rOpenSci News Digest, November 2021

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Dear rOpenSci friends, it’s time for our monthly news roundup!

You can read this post on our blog. Now let’s dive into the activity at and around rOpenSci!

rOpenSci HQ

Community call: @ropensci-review-bot help!

Tuesday, 07 December 2021 17:00 UTC we’ll share how we are Enhancing Software Peer Review with GitHub Automation.

Speakers Arfon Smith, Karthik Ram, Maëlle Salmon and Noam Ross will discuss how rOpenSci has worked with The Journal of Open Source Software (JOSS) to extend their approach of chatops-driven publishing into a new GitHub chat-bot that manages our editorial process: assigning tasks, tagging issues, running tests on software submissions, and returning reports to reviewers and editors, all from the comfort of a GitHub issue comment. Chat-ops automation has been critical to JOSS’s success, and shows huge promise for automating even more tedious tasks like frequent software checks and compliance with best practices. We will show how our new review bot improves the author and editor experience, explain how other teams can use and customize the bot, and discuss how this approach can be extended to tackle other automation, code review, and reproducibility challenges.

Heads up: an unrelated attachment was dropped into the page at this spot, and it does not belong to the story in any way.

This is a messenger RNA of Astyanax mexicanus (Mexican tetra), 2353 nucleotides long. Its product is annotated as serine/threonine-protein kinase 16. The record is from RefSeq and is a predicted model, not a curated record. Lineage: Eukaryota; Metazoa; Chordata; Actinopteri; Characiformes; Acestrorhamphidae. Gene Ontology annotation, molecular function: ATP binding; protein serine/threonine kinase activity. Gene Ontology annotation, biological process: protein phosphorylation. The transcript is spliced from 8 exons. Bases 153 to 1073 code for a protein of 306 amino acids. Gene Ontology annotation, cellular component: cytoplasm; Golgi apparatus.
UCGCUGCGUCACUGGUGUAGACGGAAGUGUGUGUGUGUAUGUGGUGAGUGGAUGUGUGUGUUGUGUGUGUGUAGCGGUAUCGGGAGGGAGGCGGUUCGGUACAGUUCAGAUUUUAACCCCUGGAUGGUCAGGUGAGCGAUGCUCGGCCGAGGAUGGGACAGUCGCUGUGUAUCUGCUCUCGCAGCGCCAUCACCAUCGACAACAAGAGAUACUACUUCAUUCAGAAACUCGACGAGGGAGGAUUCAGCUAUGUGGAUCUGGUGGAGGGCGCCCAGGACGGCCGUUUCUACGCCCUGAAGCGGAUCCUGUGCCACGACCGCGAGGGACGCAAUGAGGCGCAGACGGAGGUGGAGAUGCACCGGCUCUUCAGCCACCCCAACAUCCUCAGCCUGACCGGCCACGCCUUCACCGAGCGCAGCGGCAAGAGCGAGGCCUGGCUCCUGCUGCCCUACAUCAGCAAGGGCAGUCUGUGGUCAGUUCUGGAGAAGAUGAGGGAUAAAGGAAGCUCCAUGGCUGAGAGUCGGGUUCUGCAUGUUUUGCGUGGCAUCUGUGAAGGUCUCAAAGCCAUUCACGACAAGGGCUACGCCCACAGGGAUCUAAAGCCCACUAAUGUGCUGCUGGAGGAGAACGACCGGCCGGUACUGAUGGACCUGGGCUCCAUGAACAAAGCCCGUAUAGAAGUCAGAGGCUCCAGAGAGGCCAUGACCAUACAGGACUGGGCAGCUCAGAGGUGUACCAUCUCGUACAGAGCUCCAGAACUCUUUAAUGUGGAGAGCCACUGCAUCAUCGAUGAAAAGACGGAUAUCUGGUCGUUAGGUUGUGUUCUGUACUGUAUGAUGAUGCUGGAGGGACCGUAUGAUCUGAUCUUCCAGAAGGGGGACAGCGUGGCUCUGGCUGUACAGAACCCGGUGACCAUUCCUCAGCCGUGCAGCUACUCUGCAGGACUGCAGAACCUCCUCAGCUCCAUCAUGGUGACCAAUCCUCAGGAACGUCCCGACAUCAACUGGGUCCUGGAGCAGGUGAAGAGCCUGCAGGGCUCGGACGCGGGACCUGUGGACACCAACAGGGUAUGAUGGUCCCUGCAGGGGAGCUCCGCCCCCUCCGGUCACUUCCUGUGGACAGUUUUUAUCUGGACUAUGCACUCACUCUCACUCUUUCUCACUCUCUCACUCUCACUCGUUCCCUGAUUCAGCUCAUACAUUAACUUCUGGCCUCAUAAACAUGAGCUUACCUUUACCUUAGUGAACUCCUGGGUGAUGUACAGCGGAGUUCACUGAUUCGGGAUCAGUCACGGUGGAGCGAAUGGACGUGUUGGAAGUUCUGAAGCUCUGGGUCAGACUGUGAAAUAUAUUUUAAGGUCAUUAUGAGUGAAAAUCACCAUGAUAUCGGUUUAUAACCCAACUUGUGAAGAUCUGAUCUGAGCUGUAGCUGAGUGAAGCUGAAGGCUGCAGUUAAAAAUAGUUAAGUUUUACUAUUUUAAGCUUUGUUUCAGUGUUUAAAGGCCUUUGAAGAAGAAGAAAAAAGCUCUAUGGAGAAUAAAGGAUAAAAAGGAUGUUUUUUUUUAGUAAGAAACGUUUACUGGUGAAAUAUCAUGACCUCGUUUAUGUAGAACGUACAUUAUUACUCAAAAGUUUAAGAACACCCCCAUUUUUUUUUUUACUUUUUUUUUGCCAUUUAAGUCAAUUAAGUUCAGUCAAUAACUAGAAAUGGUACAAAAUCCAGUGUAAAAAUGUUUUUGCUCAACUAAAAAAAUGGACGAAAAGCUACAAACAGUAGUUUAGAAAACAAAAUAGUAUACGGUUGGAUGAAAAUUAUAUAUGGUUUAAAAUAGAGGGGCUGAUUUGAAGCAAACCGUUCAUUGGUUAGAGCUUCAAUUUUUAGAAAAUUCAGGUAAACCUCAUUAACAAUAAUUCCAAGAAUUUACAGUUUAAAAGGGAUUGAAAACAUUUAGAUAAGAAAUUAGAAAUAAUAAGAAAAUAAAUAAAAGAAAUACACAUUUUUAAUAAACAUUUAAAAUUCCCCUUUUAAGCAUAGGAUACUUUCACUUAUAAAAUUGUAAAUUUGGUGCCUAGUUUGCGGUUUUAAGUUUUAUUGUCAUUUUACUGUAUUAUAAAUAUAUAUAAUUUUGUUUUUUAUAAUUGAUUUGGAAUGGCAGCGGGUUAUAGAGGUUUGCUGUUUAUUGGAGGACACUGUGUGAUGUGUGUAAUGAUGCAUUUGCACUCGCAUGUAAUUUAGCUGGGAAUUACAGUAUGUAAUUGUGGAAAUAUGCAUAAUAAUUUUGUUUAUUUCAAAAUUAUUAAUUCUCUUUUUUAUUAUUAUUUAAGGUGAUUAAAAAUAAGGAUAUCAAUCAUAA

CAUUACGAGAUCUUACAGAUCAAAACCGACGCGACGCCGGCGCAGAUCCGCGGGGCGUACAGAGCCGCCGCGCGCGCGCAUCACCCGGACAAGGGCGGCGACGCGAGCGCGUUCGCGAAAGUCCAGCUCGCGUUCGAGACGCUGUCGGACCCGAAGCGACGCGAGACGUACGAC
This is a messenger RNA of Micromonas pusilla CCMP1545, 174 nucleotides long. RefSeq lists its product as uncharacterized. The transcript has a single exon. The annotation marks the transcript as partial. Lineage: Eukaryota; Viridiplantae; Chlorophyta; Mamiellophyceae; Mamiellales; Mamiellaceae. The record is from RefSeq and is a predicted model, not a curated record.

Come join the conversation, we’ll have lots of time for Q & A.

rOpenSci help wanted issues

Help Wanted issues have a home: our website’s new help-wanted page!